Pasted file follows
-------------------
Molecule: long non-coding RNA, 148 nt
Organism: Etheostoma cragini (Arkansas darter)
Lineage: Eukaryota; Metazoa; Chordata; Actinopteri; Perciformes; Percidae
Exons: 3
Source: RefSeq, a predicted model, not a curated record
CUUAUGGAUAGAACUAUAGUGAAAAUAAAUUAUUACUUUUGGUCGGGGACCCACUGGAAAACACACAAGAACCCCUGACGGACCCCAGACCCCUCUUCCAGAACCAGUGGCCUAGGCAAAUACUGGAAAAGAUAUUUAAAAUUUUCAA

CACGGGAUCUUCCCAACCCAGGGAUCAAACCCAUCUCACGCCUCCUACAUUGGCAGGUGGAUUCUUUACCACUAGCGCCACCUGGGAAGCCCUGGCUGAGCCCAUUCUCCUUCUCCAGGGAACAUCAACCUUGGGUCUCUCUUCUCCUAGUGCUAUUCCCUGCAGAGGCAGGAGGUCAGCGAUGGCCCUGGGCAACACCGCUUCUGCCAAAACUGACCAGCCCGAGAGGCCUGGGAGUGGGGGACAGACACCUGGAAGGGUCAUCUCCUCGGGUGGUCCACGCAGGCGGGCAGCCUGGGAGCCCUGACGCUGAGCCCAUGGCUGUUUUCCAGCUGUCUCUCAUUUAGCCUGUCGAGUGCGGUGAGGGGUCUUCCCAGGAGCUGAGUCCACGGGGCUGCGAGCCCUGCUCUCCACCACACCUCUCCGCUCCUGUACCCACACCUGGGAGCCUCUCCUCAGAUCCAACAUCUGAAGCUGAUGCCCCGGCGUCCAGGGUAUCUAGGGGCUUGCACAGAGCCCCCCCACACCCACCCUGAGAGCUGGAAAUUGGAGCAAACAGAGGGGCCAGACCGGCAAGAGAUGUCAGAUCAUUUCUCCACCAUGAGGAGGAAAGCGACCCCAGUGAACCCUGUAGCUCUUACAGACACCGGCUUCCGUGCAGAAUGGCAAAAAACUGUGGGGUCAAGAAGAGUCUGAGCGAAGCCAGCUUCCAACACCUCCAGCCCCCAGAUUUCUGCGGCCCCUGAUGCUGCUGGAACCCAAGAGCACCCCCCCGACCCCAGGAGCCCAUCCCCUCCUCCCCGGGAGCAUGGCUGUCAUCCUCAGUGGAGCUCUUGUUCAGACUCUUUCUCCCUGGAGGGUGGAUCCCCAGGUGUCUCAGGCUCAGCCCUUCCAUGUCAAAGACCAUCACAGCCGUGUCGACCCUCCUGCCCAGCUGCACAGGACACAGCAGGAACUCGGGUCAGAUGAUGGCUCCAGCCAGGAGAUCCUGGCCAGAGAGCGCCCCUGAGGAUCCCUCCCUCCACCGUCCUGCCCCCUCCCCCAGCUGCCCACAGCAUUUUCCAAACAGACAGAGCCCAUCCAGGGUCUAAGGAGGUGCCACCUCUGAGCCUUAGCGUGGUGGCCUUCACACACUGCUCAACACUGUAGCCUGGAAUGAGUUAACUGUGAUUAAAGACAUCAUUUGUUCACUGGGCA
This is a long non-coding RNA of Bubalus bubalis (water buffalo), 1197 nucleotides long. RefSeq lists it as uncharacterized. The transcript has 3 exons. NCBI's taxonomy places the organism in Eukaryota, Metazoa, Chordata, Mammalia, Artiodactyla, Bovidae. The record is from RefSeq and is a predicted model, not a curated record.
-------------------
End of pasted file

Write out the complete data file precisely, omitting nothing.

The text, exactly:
Molecule: long non-coding RNA, 148 nt
Organism: Etheostoma cragini (Arkansas darter)
Lineage: Eukaryota; Metazoa; Chordata; Actinopteri; Perciformes; Percidae
Exons: 3
Source: RefSeq, a predicted model, not a curated record
CUUAUGGAUAGAACUAUAGUGAAAAUAAAUUAUUACUUUUGGUCGGGGACCCACUGGAAAACACACAAGAACCCCUGACGGACCCCAGACCCCUCUUCCAGAACCAGUGGCCUAGGCAAAUACUGGAAAAGAUAUUUAAAAUUUUCAA

CACGGGAUCUUCCCAACCCAGGGAUCAAACCCAUCUCACGCCUCCUACAUUGGCAGGUGGAUUCUUUACCACUAGCGCCACCUGGGAAGCCCUGGCUGAGCCCAUUCUCCUUCUCCAGGGAACAUCAACCUUGGGUCUCUCUUCUCCUAGUGCUAUUCCCUGCAGAGGCAGGAGGUCAGCGAUGGCCCUGGGCAACACCGCUUCUGCCAAAACUGACCAGCCCGAGAGGCCUGGGAGUGGGGGACAGACACCUGGAAGGGUCAUCUCCUCGGGUGGUCCACGCAGGCGGGCAGCCUGGGAGCCCUGACGCUGAGCCCAUGGCUGUUUUCCAGCUGUCUCUCAUUUAGCCUGUCGAGUGCGGUGAGGGGUCUUCCCAGGAGCUGAGUCCACGGGGCUGCGAGCCCUGCUCUCCACCACACCUCUCCGCUCCUGUACCCACACCUGGGAGCCUCUCCUCAGAUCCAACAUCUGAAGCUGAUGCCCCGGCGUCCAGGGUAUCUAGGGGCUUGCACAGAGCCCCCCCACACCCACCCUGAGAGCUGGAAAUUGGAGCAAACAGAGGGGCCAGACCGGCAAGAGAUGUCAGAUCAUUUCUCCACCAUGAGGAGGAAAGCGACCCCAGUGAACCCUGUAGCUCUUACAGACACCGGCUUCCGUGCAGAAUGGCAAAAAACUGUGGGGUCAAGAAGAGUCUGAGCGAAGCCAGCUUCCAACACCUCCAGCCCCCAGAUUUCUGCGGCCCCUGAUGCUGCUGGAACCCAAGAGCACCCCCCCGACCCCAGGAGCCCAUCCCCUCCUCCCCGGGAGCAUGGCUGUCAUCCUCAGUGGAGCUCUUGUUCAGACUCUUUCUCCCUGGAGGGUGGAUCCCCAGGUGUCUCAGGCUCAGCCCUUCCAUGUCAAAGACCAUCACAGCCGUGUCGACCCUCCUGCCCAGCUGCACAGGACACAGCAGGAACUCGGGUCAGAUGAUGGCUCCAGCCAGGAGAUCCUGGCCAGAGAGCGCCCCUGAGGAUCCCUCCCUCCACCGUCCUGCCCCCUCCCCCAGCUGCCCACAGCAUUUUCCAAACAGACAGAGCCCAUCCAGGGUCUAAGGAGGUGCCACCUCUGAGCCUUAGCGUGGUGGCCUUCACACACUGCUCAACACUGUAGCCUGGAAUGAGUUAACUGUGAUUAAAGACAUCAUUUGUUCACUGGGCA
This is a long non-coding RNA of Bubalus bubalis (water buffalo), 1197 nucleotides long. RefSeq lists it as uncharacterized. The transcript has 3 exons. NCBI's taxonomy places the organism in Eukaryota, Metazoa, Chordata, Mammalia, Artiodactyla, Bovidae. The record is from RefSeq and is a predicted model, not a curated record.